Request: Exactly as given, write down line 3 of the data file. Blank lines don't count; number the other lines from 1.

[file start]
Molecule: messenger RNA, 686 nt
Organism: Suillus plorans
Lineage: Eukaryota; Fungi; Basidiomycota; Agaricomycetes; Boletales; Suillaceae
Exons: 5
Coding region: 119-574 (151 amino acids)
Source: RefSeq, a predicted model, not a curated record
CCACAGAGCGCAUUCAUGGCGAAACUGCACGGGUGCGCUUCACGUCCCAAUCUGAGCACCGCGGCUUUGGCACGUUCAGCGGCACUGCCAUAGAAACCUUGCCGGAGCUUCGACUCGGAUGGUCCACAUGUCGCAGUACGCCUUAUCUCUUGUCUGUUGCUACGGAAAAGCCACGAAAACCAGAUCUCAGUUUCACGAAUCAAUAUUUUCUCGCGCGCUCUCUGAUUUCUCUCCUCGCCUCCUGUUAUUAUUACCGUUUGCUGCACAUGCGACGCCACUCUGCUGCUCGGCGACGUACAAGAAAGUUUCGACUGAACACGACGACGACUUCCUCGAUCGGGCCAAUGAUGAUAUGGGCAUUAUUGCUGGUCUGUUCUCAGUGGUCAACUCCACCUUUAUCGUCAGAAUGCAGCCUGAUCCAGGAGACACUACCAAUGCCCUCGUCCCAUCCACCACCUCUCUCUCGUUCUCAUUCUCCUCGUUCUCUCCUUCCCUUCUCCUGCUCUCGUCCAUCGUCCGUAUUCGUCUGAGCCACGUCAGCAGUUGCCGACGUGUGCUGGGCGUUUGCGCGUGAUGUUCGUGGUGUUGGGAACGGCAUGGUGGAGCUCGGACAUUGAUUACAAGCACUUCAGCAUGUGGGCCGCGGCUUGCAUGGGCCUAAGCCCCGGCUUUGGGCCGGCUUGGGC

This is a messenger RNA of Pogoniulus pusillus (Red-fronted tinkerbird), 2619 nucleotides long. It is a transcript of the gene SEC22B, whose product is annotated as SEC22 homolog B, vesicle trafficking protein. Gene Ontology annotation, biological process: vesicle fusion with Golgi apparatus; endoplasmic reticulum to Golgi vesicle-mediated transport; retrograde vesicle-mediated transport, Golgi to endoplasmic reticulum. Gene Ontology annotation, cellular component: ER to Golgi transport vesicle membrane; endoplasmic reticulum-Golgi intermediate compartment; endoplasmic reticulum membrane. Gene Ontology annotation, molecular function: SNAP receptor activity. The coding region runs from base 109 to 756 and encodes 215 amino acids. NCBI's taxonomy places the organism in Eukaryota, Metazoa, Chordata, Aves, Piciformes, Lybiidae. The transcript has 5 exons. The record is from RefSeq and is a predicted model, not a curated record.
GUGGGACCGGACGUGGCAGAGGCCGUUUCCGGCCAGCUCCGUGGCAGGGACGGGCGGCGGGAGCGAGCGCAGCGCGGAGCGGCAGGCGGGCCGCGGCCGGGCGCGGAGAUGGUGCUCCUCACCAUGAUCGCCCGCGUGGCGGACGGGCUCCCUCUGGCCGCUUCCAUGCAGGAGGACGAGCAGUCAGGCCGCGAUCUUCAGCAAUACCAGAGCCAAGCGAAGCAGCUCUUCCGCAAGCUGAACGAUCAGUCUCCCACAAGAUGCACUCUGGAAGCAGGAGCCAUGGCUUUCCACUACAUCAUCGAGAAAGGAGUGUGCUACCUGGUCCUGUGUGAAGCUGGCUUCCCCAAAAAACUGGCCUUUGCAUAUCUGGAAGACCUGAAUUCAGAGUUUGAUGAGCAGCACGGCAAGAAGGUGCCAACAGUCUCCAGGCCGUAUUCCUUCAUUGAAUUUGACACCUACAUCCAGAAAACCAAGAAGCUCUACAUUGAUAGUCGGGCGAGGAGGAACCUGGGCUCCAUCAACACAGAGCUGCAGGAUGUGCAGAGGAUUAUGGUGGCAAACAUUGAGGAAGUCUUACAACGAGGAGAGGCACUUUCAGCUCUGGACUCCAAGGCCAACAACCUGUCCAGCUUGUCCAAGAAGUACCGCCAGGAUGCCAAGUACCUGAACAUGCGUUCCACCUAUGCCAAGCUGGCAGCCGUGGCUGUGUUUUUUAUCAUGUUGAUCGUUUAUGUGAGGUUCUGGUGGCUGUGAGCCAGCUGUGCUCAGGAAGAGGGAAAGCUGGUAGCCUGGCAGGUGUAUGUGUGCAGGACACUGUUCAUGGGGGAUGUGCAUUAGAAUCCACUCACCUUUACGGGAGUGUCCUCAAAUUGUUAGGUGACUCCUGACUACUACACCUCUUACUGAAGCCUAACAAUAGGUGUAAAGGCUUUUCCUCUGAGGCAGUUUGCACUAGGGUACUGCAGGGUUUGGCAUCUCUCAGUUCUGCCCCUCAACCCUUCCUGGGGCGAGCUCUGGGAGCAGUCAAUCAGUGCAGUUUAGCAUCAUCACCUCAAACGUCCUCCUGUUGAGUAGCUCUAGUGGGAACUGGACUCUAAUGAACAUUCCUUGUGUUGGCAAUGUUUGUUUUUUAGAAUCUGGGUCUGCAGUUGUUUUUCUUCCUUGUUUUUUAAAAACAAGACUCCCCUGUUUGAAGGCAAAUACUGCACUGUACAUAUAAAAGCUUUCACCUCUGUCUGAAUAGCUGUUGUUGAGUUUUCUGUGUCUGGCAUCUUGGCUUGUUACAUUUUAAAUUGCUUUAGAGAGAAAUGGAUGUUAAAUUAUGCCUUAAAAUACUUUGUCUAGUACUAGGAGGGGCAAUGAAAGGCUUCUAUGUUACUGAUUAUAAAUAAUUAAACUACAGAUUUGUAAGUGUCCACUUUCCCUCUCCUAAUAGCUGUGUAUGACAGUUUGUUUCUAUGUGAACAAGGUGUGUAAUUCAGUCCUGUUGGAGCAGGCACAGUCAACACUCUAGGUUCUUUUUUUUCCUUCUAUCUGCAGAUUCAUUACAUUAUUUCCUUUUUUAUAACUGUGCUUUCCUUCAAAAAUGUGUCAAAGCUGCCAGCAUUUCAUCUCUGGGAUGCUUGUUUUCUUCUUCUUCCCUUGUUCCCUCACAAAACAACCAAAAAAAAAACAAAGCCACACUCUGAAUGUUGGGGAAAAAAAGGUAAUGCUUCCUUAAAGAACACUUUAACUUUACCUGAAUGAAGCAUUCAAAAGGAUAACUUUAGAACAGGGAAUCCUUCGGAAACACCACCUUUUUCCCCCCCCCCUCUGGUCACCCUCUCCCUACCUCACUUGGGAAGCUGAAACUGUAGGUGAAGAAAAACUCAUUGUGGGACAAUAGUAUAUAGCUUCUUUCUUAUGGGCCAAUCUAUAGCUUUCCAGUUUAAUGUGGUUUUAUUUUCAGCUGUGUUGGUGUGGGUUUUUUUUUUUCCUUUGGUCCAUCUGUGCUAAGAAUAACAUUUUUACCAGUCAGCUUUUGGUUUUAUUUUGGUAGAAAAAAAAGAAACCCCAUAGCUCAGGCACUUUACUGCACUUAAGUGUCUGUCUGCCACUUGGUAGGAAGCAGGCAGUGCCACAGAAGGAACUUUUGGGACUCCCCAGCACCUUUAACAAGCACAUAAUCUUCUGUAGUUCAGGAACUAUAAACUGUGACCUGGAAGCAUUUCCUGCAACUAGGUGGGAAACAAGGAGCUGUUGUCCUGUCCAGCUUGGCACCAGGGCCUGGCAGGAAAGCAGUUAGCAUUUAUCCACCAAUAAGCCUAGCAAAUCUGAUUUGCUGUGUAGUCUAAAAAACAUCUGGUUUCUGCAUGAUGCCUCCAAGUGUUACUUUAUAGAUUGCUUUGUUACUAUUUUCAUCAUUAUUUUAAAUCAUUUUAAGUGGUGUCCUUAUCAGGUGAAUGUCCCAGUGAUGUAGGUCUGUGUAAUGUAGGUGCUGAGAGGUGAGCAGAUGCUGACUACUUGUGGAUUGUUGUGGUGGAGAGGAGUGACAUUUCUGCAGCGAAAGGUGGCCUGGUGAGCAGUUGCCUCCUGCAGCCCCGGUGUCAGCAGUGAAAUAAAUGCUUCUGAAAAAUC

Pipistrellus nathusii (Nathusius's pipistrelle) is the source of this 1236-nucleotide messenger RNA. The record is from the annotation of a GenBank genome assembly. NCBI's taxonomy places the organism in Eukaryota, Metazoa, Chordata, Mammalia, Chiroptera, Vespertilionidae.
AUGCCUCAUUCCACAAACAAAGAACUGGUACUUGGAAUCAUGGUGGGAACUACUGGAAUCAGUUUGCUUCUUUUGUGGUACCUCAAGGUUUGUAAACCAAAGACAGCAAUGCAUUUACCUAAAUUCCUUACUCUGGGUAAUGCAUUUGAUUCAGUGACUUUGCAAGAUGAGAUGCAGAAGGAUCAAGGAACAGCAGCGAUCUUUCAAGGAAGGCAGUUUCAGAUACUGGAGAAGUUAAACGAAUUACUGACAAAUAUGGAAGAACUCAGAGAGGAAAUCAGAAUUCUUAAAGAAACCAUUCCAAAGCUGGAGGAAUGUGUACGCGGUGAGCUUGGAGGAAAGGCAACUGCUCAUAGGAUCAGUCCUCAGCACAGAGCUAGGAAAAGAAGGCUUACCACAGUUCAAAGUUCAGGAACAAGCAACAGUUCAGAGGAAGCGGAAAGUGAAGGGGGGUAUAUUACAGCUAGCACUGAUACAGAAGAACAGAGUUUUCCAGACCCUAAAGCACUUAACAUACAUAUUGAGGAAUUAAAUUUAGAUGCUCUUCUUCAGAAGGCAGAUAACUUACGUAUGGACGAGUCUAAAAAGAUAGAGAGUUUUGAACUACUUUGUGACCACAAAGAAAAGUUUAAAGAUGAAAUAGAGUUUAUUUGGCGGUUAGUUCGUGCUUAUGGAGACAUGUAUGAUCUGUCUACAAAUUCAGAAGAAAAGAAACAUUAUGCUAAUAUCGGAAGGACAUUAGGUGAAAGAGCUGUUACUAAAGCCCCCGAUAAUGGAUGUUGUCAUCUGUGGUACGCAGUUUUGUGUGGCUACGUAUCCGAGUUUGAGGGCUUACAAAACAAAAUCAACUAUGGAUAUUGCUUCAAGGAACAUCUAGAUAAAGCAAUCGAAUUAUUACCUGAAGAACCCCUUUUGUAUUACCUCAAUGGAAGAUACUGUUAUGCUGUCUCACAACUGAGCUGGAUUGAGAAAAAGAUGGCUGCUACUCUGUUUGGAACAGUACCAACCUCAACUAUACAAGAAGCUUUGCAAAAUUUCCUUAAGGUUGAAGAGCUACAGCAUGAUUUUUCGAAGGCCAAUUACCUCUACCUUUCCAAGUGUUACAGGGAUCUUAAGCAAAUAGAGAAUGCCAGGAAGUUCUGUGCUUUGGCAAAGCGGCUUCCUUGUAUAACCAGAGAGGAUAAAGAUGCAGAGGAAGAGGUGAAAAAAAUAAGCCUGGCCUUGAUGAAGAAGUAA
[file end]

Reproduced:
Lineage: Eukaryota; Fungi; Basidiomycota; Agaricomycetes; Boletales; Suillaceae